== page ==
${P}_{r2}\left(U,8000,1,2\right)$ are plotted as function of the required total voltage

$U$ (

Figure 7).

Let us verify whether the functions

${P}_{r1}\left(U,8000,1,2\right)$ and

${P}_{r2}\left(U,8000,1,2\right)$ are actually solutions of Equation (8) for any value of

$U$. In order to do this, we build a plot of the right side of Equation (8)—simply

$Y\left(U\right)=U$, and a plot of the left side of Equation (8), by substituting in it the functions

${P}_{r1}\left(U,8000,1,2\right)$ and

${P}_{r2}\left(U,8000,1,2\right)$ instead of the sought variable

${P}_{1}$ (

Figure 8). Obviously the solutions

${P}_{r1}\left(U,8000,1,2\right)$ and

${P}_{r2}\left(U,8000,1,2\right)$ are true solutions of the problem only for those values of

$U$, where the plots of the left and right sides match.

According to the plot:

For U < 89.4 both solutions P_{r1} (U, 8000, 1, 2) and P_{r2} (U, 8000, 1, 2) are false;

For 89.4 ≤ U < 126.5 solution P_{r1} (U, 8000, 1, 2) is false, while P_{r2} (U, 8000, 1, 2) is true;

For U ≥ 126.5 both solutions P_{r1} (U, 8000, 1, 2) and P_{r2} (U, 8000, 1, 2) are true.

Thus, we have ascertained that the solution of Equation (8) shown in

Figure 5 includes extraneous roots.

#### 2.3.1. Implementation of the Proposed Method

We use the proposed method for the elimination of the extraneous roots. We need to determine the inequalities that define the range of admissible values of the parameter—total voltage $U$.

To determine the range of admissible values of the parameter

$U$, it was proposed to use the properties of symmetric polynomials. Note that the Equation (8) here considered is not symmetric with respect to variables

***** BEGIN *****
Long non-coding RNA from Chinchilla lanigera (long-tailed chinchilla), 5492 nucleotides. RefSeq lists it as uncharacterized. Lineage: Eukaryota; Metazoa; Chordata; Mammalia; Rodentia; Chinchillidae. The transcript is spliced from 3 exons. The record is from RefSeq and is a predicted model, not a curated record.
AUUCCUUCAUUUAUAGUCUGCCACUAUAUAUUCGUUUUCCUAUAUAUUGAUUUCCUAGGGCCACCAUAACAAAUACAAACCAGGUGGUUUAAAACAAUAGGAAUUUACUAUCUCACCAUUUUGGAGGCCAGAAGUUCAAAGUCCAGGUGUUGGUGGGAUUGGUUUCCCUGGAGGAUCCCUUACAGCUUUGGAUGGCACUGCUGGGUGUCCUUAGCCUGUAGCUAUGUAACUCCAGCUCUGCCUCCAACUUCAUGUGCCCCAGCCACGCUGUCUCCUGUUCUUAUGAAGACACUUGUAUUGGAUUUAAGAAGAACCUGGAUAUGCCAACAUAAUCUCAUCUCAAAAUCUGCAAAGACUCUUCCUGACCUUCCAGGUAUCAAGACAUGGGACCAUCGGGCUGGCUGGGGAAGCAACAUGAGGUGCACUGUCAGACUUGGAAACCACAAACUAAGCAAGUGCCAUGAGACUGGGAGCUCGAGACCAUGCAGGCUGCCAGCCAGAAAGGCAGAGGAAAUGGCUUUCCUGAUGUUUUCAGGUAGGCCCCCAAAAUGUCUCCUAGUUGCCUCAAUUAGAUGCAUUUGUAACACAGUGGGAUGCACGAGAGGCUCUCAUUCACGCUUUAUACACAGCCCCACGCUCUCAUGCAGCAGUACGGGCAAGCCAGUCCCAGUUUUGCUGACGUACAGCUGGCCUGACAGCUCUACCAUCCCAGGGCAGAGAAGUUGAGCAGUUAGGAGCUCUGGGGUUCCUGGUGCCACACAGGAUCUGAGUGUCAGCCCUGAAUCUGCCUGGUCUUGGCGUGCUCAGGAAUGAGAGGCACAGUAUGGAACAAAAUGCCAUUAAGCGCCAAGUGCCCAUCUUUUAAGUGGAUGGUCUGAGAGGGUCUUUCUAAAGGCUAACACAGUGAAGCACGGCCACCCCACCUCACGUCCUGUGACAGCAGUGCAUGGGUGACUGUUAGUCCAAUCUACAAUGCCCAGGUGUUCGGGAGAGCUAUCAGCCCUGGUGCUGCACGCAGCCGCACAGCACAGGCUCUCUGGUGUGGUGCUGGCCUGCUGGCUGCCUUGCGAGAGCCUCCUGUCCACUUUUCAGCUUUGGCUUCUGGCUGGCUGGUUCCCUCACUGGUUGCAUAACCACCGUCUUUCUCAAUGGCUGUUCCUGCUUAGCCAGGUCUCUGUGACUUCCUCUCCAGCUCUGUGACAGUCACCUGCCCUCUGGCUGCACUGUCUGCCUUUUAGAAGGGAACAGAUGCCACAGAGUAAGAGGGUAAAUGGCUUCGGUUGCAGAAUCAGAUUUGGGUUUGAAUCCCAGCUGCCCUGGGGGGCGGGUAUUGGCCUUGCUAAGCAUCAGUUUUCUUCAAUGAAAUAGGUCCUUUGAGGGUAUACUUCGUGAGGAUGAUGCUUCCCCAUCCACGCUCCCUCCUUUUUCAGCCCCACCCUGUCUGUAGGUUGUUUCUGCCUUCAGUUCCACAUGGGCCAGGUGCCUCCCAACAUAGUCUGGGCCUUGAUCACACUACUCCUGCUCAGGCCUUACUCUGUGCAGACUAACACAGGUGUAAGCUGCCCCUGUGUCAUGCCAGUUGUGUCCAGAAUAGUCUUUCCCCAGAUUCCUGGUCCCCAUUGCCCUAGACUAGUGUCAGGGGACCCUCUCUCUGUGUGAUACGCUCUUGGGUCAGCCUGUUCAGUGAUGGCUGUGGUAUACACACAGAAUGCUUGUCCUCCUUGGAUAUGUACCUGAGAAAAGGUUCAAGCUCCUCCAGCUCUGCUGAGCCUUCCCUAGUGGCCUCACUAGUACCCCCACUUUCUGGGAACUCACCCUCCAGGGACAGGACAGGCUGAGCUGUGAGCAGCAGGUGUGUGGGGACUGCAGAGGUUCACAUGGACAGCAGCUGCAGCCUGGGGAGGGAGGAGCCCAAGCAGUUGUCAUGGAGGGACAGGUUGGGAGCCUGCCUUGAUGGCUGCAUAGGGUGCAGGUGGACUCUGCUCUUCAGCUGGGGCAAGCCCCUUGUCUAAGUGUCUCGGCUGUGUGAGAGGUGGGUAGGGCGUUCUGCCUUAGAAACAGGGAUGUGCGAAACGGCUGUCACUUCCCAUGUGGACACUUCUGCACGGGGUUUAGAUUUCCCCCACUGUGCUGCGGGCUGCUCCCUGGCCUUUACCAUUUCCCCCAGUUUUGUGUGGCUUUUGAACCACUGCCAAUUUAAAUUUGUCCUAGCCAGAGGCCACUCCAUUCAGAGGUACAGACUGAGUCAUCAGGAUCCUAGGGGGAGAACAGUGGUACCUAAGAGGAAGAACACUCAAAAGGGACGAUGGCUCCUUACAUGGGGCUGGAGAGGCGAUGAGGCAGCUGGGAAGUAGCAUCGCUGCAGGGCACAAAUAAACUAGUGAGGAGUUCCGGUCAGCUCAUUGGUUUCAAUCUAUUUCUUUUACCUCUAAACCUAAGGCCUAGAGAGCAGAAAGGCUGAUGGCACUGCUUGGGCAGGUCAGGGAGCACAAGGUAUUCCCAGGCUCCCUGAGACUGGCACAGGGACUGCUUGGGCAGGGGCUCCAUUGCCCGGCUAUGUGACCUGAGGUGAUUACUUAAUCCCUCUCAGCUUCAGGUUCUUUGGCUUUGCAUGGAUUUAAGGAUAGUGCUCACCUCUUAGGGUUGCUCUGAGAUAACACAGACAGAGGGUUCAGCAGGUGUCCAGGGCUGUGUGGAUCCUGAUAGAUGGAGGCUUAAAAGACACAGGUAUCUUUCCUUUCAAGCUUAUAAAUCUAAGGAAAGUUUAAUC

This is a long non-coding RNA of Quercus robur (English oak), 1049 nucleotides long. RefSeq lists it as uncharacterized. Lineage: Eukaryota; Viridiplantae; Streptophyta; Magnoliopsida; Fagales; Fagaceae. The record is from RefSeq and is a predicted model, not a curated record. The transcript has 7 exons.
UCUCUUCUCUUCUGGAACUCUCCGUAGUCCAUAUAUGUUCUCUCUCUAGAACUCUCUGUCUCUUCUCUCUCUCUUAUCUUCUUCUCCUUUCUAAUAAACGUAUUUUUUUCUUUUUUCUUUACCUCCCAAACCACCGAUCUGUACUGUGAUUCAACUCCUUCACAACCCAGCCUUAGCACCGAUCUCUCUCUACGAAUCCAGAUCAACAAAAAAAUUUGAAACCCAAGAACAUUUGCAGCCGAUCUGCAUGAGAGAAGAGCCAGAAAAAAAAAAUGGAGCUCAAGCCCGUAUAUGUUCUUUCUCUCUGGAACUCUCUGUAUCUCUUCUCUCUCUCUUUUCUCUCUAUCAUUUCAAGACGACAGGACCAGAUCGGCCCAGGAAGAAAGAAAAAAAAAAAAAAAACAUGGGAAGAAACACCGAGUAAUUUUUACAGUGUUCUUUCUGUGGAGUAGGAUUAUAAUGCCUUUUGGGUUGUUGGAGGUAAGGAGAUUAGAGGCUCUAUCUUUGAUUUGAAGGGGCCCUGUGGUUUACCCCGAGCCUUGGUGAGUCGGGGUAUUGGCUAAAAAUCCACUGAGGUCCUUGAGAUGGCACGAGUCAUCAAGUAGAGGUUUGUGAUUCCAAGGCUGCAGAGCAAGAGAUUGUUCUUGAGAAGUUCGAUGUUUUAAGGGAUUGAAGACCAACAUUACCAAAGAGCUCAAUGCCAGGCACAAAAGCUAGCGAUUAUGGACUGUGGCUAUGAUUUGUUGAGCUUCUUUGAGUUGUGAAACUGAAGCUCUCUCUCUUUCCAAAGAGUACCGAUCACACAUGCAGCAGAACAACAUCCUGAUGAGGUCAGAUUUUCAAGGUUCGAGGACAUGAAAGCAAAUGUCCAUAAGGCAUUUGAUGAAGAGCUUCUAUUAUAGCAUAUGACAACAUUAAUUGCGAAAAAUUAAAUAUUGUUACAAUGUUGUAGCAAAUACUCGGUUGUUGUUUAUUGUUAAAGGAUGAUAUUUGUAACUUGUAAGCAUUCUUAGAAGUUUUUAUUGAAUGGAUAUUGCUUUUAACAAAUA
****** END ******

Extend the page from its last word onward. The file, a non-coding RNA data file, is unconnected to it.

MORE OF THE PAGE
${P}_{1},{P}_{2}$. So the plots of the roots

${P}_{r1}\left(U,8000,1,2\right)$ and

${P}_{r2}\left(U,8000,1,2\right)$ are also not symmetric (

Figure 7). We introduce the notation:

Equation (8) becomes:

from this it derives:

Because the radicals must be non-negative, ${\sigma}_{1}\ge 0$ and ${\sigma}_{2}\ge 0$.

Since ${\sigma}_{1}=U,$ that requirement ${\sigma}_{1}\ge 0$ is verified for $U\ge 0$.

From the condition

${\sigma}_{2}\ge 0,$ it follows the range of admissible values for the parameter

$U$:

Comparing the plots of the roots in

Figure 8 and the plot of the function

${\sigma}_{2}\left(U\right)$ in

Figure 9 for specific values of

$P,{R}_{1},{R}_{2},{P}_{1}$, we notice that the lower bound for the value of

$U=89.4$ corresponds to the minimum admissible value of the variable

${P}_{1}=0,$ while the point of appearance of the second root

$U=126.5$ corresponds to the maximum admissible value

${P}_{1}=P=8000$.

Finally, we solve the system given by Equation (8) and inequality (12):

The plot of the correct analytical solution obtained using Mathcad is shown in

Figure 10. Comparing it with the plot in

Figure 7, we see that the extraneous roots are eliminated, and, as noted earlier, in the interval

$89.4\le U<126.5$ Equation (8) has only one root

${P}_{r}\left(U,8000,1,2\right)$, while in the interval

$U\ge 126.5$—two roots

${P}_{r1}\left(U,8000,1,2\right)$ and

${P}_{r2}\left(U,8000,1,2\right)$.

#### 2.3.2. A Special Case

Let us consider a special case of Equation (8), when the user resistances are equal

${R}_{1}={R}_{2}$. In this case, the left side of Equation (8) is already initially a symmetric polynomial with respect to the variables

${P}_{1},{P}_{2}$:

The plots of the solution (14), shown in

Figure 11 and similar to the plots in

Figure 7, have a symmetric appearance.

System (13) in this case reduces to the form:

The overall form of the analytical solution of system (15), obtained using Mathcad, is shown in

Figure 12. The analytical solution is written by using the conditional

if operator, which allows to determine a different type of solution for different ranges of values

$U$.

The plot of the correct analytical solution of the system (15), shown in

Figure 13, has obviously a symmetric appearance, i.e., on the entire allowable interval

$U\ge 126.5$ there are two symmetric roots

${P}_{r1}\left(U,8000,1,2\right)$ and

${P}_{r2}\left(U,8000,1,2\right)$.

Thus, in this section, we have described a method for obtaining the correct analytical solution of an irrational equation using the properties of symmetry, demonstrating it using as example the solution of Equation (8).